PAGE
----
The other night, up late again listening to old records, I came across a song by the country singer Lefty Frizzell that, so far as I know, I had never heard before. It was the title that got my attention: “There’s No Food in This House.” I imagined Lefty, in his most vexed falsetto, leveling the words at a cheating lover who, in a final act of defiance, blows the week’s grocery money on a trip to the salon. He had other songs to this effect: “You’re Humbuggin’ Me,” “Always Late (With Your Kisses),” “Run ’Em Off,” “You Want Everything But Me.” Merle Haggard called Lefty “the most unique thing to ever happen to country music.” He was, among other things, a kind of hillbilly Falstaff, Nashville’s great minstrel of aggrieved accusations.
Lefty was a leading figure in the country movement called honky-tonk, which adapted the genre—previously the province of barn dances, bandstands, and festivals—to the beer hall. Rock ’n’ roll was an influence. Hollywood was too. Lefty’s publicity photos for Columbia Records in the early fifties channel black-and-white film stills. In a classic shot from 1951, he wears a fringed western shirt and a bandanna scarf, looking like Edward G. Robinson doing his best Davy Crockett.
Honky-tonk music could, at times, be scandalous. Heavy drinking and infidelity were recurring themes. Webb Pierce, one of Lefty’s contemporaries, had big hits with “There Stands the Glass” and “Back Street Affair,” the former an ode to the cathartic powers of whiskey, the latter a sentimental defense of sleeping around that led Kitty Wells, the queen of country music, to answer with a song of her own. “You didn’t count the cost,” she sang in “Paying for That Back Street Affair.” “You gambled and I lost / Now I must pay with hours of deep despair.”
To the pairing of bottle and bedroom, Lefty added a third member, the empty pocket. In his first chart-topping single, 1951’s “If You’ve Got the Money (I’ve Got the Time),” he played a carousing cheapskate angling to paint the town (“we’ll have fun, oh boy, oh boy”) on his sugar mama’s dime. In his last chart-topping single, 1964’s “Saginaw, Michigan,” he tells the story of a poor Midwestern fisherman who, in a bid to win the blessing of his true love’s father, travels to Alaska to pan for gold. The dig comes to nothing, but the fisherman is unwilling to concede defeat, and so he mails a letter back to Saginaw claiming he’s made “the biggest strike in Klondike history.” The father believes the lie, offers his daughter’s hand and, having convinced his son-in-law to sell his Alaska claim, sets out to collect. “The greedy fool,” Lefty sings in the smarting final verse, “is looking for the gold I never found.” The new couple, meanwhile, becomes “the happiest man and wife” in the Midwest.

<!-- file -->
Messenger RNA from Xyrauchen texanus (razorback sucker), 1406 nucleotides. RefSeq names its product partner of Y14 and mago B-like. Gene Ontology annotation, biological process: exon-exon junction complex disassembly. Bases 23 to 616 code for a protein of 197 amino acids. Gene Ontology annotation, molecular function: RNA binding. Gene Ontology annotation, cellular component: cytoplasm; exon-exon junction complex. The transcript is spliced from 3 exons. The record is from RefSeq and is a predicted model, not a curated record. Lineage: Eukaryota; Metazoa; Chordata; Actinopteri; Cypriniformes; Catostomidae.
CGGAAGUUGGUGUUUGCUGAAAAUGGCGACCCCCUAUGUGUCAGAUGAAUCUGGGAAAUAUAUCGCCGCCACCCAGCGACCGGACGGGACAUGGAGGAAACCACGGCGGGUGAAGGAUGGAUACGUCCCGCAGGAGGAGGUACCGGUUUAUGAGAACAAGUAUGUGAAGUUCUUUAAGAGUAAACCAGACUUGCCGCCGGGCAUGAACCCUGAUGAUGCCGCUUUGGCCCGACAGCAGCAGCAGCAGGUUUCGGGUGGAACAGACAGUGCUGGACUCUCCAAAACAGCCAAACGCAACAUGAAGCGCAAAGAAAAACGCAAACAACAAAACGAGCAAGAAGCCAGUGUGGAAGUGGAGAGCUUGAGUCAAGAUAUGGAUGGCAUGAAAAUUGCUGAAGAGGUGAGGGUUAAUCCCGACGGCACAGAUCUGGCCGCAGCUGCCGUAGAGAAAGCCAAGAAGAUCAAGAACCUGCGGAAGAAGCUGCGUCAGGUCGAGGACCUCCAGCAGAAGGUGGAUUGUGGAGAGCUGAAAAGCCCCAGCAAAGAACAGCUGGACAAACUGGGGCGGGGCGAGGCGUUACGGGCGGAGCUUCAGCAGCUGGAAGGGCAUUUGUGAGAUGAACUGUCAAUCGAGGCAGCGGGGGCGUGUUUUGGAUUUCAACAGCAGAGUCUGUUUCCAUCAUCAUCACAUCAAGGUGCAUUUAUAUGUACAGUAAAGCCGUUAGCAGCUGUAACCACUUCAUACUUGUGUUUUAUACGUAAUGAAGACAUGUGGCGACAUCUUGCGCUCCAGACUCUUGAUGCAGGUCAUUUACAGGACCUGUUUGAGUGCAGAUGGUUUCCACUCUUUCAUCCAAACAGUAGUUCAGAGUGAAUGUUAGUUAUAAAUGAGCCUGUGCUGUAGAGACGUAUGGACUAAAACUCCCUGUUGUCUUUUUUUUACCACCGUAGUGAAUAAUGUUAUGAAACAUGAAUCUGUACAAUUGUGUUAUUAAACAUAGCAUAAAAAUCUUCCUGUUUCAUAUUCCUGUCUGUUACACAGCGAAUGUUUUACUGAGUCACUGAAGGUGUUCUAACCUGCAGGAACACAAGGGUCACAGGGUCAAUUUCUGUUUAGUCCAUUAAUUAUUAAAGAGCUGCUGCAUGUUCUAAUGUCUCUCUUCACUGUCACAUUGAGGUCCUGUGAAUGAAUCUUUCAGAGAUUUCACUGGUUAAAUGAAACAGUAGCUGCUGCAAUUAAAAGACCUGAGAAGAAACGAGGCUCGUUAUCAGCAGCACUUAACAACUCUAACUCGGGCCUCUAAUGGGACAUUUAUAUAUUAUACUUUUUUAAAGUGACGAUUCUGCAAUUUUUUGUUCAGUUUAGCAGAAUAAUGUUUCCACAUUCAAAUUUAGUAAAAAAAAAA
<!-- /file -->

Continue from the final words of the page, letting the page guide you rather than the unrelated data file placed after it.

A rags-to-riches fantasy, “Saginaw” doesn’t seem, on first listen, to fit with Lefty’s songbook, an otherwise singular catalogue of pique and letdown. But the song is up to more than it announces. I don’t think Lefty buys the message he’s peddling for a second. The specious letter on which the narrative turns might just be an analogue for the song itself, only the intended recipient isn’t a father looking to protect his daughter from life in the poorhouse but a listener looking to popular music for blessed assurance. It’s as if Lefty is saying, I’ll play you the mush you want to hear, but don’t blame me if in the end your golden dreams about romance and riches come to sawdust.
Lefty used vocals to complicate lyrics rather than letting lyrics instruct how he sang. A comparison to Hank Williams, the dean of honky-tonk singers, is apropos. Hank tapped his thin, tremulous voice to reify the emotional register of his songs. In “I’m So Lonesome I Could Cry” he sounds just so. In “(I Heard That) Lonesome Whistle,” he taffy pulls the word lonesome into a lolling five-syllable yodel that somehow channels both a train and the hills across which its whistle blows. What Hank was after was candor. “You ask,” he once told a reporter, “what makes our kind of music successful. I’ll tell you. It can be explained in just one word: sincerity.”
Lefty, on the other hand, called sincerity into question. His subject wasn’t candor so much as its projection. The dynamic found expression in his name. Born William Orville Frizzell, Lefty picked up the moniker, so the story goes, boxing southpaw in south Arkansas, where his father worked in oil. On stage, though, Lefty wasn’t a lefty at all. He played a flattop Gibson guitar with his right hand. The name attested to his craftiness as a performer, a characteristic that found a corollary in his singing style. His thick voice, an organ board of concomitant pitches, stayed a touch punch-drunk with itself. Lubricated, slightly esophageal, he sang like a man knowingly going through the motions.